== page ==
Christie Young is the Executive Director of FarmSmart and this week she has created some stir within the Canadian Agriculture industry by saying that our industry is not prepared for the coming mass farmer retirements. What has really caused the stir is her statement that the government has some sort of responsibility to ensure we prepare ourselves. Young believes that Canadian government needs to create opportunities for new farmers to enter the industry and ensure our domestic food supply is maintained. Young made it very clear that she believes the government is doing nothing to encourage people to enter the profession.
According to Young, 75% of farmers will retire in the next ten years. This number is very staggering but is it something that should scare us or that the government needs to do something about? According to Young 60% of the new retirees plan on passing on the farm to no one.
The government is doing many things to encourage young people to become farmers. For example, Farm Credit Canada is a crown corporation that focuses strictly in the area of agriculture. Their mandate includes creating loan opportunities for farm transitions, farm expansions and farm startups.
The reality of consolidation is prevalent in most industries and farming is no different. The economics of agriculture present the same reasons for consolidation. Its is crititical to make sure that returning children or farm employees interested in ownership understand the options available to them for purchasing farm assets if that is what they desire.
The level of the government’s needed involvement in enticing more farmers to enter the industry depends on your objectives. What is important to Canadian agriculture? Ask yourself:
- Is the number of farmers more important than individual farm profitability?
- In the current system preventing new farmers from entering the industry or is it really the amount of gross dollars needed to buy assets?
- Is there concern that there will be no one to farm the land after the current farmers retire?
- Are farmers themselves doing enough to encourage family members or employees to enter the farm business?
- Should we be looking at the coming concentration of farm land ownership different than the amount of farmers?
I believe that farm owners continued inability to succeed at farm succession transfer is one of the reasons the 60% number is real. For example, a 75 year old farmer being unwilling to begin farm ownership transfer to his 50 year old son. Or what about a 40 year old son not even having signing authority on the farm checking account because his 65 year old mom wants to watch what he spends even though he does all the work?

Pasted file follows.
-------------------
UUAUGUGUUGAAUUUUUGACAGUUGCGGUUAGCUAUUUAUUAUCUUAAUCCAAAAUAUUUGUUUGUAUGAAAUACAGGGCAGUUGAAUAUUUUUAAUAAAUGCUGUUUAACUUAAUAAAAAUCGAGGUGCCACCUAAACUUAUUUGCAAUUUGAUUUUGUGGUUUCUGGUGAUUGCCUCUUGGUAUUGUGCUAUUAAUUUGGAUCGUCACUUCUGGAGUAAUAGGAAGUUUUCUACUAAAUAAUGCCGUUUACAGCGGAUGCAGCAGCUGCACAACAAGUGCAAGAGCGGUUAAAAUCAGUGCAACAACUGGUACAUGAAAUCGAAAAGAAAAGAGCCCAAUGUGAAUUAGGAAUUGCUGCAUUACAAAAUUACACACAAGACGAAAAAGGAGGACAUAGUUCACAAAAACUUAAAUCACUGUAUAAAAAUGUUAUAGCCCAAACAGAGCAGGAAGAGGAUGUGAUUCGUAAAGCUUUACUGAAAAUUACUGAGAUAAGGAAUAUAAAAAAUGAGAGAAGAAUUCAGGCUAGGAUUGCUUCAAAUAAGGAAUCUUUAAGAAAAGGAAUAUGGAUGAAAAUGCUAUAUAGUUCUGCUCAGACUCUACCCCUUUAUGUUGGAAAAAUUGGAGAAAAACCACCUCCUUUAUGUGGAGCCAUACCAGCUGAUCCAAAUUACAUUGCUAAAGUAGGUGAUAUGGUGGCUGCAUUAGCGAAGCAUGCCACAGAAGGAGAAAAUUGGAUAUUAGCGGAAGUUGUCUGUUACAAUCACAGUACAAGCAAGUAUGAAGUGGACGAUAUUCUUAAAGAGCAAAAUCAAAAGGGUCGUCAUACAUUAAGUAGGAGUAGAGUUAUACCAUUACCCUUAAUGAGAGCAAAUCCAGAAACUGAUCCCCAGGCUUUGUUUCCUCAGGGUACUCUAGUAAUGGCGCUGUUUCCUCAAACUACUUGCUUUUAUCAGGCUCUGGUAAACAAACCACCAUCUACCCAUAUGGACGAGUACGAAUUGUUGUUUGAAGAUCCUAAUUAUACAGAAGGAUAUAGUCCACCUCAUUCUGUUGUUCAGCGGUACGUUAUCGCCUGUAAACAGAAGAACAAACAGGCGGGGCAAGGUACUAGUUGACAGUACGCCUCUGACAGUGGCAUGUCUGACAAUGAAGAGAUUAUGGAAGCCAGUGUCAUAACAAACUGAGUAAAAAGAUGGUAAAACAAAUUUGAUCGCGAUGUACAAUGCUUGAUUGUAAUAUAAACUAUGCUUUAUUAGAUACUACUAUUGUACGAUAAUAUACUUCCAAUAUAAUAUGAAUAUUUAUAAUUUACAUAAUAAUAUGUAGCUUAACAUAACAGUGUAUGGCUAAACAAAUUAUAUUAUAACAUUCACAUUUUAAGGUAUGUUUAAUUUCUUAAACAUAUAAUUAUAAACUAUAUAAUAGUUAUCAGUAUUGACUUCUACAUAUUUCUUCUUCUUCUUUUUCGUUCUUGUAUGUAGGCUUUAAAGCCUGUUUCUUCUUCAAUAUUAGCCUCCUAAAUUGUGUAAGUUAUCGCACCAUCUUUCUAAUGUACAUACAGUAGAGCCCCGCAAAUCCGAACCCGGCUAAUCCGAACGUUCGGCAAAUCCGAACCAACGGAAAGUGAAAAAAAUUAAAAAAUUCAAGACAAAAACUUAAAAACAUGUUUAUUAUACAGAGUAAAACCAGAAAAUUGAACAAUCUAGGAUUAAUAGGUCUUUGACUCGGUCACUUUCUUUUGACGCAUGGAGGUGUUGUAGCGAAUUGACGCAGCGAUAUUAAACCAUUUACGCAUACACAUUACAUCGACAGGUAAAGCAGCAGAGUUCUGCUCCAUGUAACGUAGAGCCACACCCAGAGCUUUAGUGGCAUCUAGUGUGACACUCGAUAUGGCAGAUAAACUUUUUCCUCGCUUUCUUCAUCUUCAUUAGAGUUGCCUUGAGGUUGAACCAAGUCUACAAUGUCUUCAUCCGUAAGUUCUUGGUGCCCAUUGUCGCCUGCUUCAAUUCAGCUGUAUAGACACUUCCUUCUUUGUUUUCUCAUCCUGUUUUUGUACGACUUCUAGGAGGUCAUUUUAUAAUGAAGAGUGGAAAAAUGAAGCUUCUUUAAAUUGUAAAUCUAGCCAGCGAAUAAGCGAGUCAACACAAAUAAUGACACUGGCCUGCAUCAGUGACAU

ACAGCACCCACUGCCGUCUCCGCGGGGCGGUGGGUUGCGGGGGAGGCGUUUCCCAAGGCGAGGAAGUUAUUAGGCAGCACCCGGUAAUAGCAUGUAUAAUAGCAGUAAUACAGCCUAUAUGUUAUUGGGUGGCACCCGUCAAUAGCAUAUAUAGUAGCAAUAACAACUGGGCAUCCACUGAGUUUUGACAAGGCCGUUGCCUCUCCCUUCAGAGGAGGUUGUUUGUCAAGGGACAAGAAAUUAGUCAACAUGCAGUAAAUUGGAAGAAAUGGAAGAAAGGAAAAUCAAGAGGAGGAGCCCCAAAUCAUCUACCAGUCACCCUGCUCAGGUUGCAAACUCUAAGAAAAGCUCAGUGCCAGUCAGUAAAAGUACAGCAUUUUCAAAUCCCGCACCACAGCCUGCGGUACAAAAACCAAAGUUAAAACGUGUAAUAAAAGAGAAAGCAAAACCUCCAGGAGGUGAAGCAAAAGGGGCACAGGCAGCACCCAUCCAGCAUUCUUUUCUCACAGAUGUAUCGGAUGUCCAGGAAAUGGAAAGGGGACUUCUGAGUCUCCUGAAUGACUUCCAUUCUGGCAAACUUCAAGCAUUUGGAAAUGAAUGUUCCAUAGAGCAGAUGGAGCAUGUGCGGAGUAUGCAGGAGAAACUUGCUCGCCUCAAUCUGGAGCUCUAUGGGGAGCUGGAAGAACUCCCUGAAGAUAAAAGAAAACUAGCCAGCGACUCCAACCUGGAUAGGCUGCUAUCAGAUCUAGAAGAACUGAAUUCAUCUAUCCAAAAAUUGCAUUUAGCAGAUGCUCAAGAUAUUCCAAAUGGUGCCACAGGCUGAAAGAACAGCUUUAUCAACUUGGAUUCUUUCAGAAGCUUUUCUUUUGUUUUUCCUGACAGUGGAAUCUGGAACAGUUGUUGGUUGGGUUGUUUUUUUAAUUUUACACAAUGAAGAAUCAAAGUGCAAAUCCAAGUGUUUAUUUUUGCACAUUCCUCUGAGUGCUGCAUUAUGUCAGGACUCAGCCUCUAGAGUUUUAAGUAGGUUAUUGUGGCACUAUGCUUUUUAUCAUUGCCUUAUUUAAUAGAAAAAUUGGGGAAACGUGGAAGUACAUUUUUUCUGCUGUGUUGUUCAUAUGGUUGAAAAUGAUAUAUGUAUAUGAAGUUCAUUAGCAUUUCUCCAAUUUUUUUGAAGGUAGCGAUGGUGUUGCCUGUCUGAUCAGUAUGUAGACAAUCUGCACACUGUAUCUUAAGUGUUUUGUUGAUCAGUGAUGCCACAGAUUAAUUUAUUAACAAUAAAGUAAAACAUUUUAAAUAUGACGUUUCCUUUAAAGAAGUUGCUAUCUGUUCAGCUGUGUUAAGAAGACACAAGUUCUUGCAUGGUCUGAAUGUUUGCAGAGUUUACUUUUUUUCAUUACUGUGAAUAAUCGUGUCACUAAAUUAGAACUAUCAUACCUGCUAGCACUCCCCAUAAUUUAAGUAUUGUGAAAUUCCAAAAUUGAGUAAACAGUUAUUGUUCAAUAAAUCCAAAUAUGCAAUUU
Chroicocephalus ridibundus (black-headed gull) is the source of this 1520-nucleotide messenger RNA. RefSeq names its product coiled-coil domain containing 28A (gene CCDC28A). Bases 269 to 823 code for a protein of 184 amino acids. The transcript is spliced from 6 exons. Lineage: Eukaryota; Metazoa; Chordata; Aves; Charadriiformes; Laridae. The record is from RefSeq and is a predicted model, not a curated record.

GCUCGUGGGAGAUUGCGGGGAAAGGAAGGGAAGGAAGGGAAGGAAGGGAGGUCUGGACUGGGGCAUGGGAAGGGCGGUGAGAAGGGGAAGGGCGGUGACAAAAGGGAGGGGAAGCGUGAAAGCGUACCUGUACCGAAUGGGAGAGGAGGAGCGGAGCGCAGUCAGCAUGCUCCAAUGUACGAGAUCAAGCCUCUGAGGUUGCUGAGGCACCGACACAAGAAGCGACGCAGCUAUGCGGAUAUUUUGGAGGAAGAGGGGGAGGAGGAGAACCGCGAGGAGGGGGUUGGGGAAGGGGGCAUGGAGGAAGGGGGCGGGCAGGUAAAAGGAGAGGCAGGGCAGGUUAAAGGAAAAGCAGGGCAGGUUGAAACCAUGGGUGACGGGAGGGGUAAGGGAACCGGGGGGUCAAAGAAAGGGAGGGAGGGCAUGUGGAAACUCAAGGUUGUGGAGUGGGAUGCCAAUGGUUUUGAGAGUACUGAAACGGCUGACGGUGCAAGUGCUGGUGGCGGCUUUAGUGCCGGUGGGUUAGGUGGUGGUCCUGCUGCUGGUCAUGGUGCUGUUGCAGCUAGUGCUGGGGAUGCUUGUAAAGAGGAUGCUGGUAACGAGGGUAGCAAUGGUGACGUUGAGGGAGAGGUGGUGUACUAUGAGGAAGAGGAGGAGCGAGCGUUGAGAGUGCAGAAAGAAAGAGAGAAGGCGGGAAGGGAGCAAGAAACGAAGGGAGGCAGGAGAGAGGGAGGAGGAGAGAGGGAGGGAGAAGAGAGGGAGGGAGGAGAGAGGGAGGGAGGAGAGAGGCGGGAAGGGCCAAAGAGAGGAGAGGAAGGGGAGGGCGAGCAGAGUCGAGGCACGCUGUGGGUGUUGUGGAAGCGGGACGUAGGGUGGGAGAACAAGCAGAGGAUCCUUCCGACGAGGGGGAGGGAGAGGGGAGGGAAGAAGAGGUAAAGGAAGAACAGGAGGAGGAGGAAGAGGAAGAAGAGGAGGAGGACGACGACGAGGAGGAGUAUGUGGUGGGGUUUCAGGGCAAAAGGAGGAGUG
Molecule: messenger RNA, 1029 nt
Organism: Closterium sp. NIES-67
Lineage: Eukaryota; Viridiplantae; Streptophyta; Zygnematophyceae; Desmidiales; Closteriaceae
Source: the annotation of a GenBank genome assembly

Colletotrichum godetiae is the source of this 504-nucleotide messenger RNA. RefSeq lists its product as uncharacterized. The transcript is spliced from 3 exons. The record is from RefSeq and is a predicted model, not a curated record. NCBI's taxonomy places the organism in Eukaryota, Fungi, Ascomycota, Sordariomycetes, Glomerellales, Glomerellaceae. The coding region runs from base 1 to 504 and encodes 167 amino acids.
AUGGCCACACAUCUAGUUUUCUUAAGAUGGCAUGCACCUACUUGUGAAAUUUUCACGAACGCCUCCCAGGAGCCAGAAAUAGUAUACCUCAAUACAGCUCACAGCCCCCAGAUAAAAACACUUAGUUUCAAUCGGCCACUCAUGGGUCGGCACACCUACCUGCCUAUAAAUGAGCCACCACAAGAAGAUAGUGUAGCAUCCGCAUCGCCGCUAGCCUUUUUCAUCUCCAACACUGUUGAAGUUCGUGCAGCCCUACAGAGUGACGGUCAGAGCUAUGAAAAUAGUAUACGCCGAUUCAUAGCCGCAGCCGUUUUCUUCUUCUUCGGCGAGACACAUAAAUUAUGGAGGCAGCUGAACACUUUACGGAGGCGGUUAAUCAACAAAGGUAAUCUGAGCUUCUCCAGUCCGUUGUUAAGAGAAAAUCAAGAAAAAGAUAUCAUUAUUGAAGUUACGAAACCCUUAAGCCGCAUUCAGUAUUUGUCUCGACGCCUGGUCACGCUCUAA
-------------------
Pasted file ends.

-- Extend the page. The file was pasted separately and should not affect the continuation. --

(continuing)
I also believe that the issue of consolidating farm ownership is different that the number of people willing to farm. Farm ownership should not define you as a farmer. I know of several successful farm and livestock operations that own very little land and capital assets and yet they are incredibly financially successful. Our definition of the “farmer” is evolving. One of the reasons for this is that land is very expensive and unless it is heavily subsidized there is no government program to allow new entrants. Who says that you have to own land to farm? Many of the 70% that are retiring have no plans to sell the land due to its strong value. They intend to rent out the land to younger farmers which in a way is win win for all parties involved. The farm stays in the name of the family and is still being farmed by someone that will take care of it like it’s their own.
The current crop of young farmers looks at the opportunity of agriculture differently than their parents. They seem to be less tied to the land and more tied to the idea of a opportunistic farm business. A specific piece of land or the amount of land under ownership does not define them. What defines them is running a successful business which is no different than any other young small business owner in any other industry.
Christie Young has reasons to be concerned about coming farm retirements. What is much more unclear is what the governments role is to fix it. As I have mentioned above, there are many young farmers that look at the coming farm retirements as a massive opportunity to expand their farming operation in the future.
Whats your opinion, please write your comments below.